Of the best leaders
When the task is accomplished
The people will remark
We have done it ourselves.”

Boni: Collaborative management with a diverse set of people breeds a superior plan that the people who must execute the plan will support. You can’t execute a plan alone. You need supportive people who also believe in it. That leadership technique at the outset of hatching a plan is the first ingredient to success.

Morris: From Isaac Asimov: “The most exciting phrase to hear in science, the one that heralds the most discoveries, is not “Eureka!” (I found it!) but ‘That’s odd….’”

Boni: The sacred cow or the status quo is often the biggest impediment to forward progress. “That’s odd” challenges the sacred cow or the status quo. That will better enable an organization to advance.

Morris: From Thomas Edison: “Vision without execution is hallucination.”

Boni: Many a thoughtful plan failed because of poor execution. It takes passion, focus and people. On the people front, I’ve found that once the team is aligned and executing, a key communication ingredient needs to be present. Transparent communication on the progress the team is making to realize the clear and compelling vision during the execution phase will get/keep a team on track to execute a game plan.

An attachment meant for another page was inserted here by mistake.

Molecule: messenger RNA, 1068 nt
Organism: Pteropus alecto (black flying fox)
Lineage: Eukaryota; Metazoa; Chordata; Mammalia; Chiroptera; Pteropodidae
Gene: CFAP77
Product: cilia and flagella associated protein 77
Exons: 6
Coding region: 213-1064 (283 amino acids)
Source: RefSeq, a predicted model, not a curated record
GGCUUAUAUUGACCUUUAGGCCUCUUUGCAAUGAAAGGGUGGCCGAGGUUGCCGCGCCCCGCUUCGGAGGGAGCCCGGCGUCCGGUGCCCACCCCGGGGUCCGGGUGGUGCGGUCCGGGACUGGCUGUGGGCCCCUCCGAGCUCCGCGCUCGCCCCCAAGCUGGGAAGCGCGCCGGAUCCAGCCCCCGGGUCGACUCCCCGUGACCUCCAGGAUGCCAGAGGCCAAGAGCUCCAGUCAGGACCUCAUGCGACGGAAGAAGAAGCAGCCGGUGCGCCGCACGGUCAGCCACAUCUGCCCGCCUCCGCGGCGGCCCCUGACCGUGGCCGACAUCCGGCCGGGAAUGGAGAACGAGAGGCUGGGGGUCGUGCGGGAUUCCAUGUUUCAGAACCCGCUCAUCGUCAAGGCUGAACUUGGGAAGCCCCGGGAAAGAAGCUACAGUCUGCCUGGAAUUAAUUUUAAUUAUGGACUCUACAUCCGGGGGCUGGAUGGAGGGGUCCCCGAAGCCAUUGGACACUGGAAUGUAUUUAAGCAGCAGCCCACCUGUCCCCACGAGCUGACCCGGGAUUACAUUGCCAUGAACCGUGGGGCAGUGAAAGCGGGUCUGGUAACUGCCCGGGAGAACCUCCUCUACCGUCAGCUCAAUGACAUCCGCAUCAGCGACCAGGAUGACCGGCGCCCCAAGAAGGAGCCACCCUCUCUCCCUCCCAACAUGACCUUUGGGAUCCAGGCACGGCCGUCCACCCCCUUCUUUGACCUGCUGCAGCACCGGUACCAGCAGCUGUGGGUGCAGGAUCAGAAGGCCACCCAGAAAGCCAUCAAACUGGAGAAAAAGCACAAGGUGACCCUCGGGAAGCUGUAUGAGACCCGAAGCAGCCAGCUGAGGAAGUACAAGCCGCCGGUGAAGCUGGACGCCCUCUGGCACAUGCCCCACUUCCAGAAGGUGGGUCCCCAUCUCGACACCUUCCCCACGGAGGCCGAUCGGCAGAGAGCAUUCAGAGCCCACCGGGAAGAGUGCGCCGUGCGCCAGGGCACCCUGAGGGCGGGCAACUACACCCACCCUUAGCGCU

Morris: Finally, from Peter Drucker: “There is surely nothing quite so useless as doing with great efficiency what should not be done at all.”

Boni: Focus on a goal or two, not a hundred or more. Streamline the activity schedule around what your team agrees are the absolute, have-to-do critical success factors to achieve that goal(s). Precious resources all aligned to do what is absolutely necessary, not just nice to do, will better enable success.

Morris: In one of Tom Davenport’s recent books, Judgment Calls, he and co-author Brooke Manville offer “an antidote for the Great Man theory of decision making and organizational performance”: organizational judgment. That is, “the collective capacity to make good calls and wise moves when the need for them exceeds the scope of any single leader’s direct control.” What do you think?

Boni: Too many organizations are siloed. Organizational execution needs to be integrated. When a game plan or a vision is shared, a collective energy is generated. High performance decision-making can happen at all levels and in all departments within an organization when there’s a shared game plan and common goals.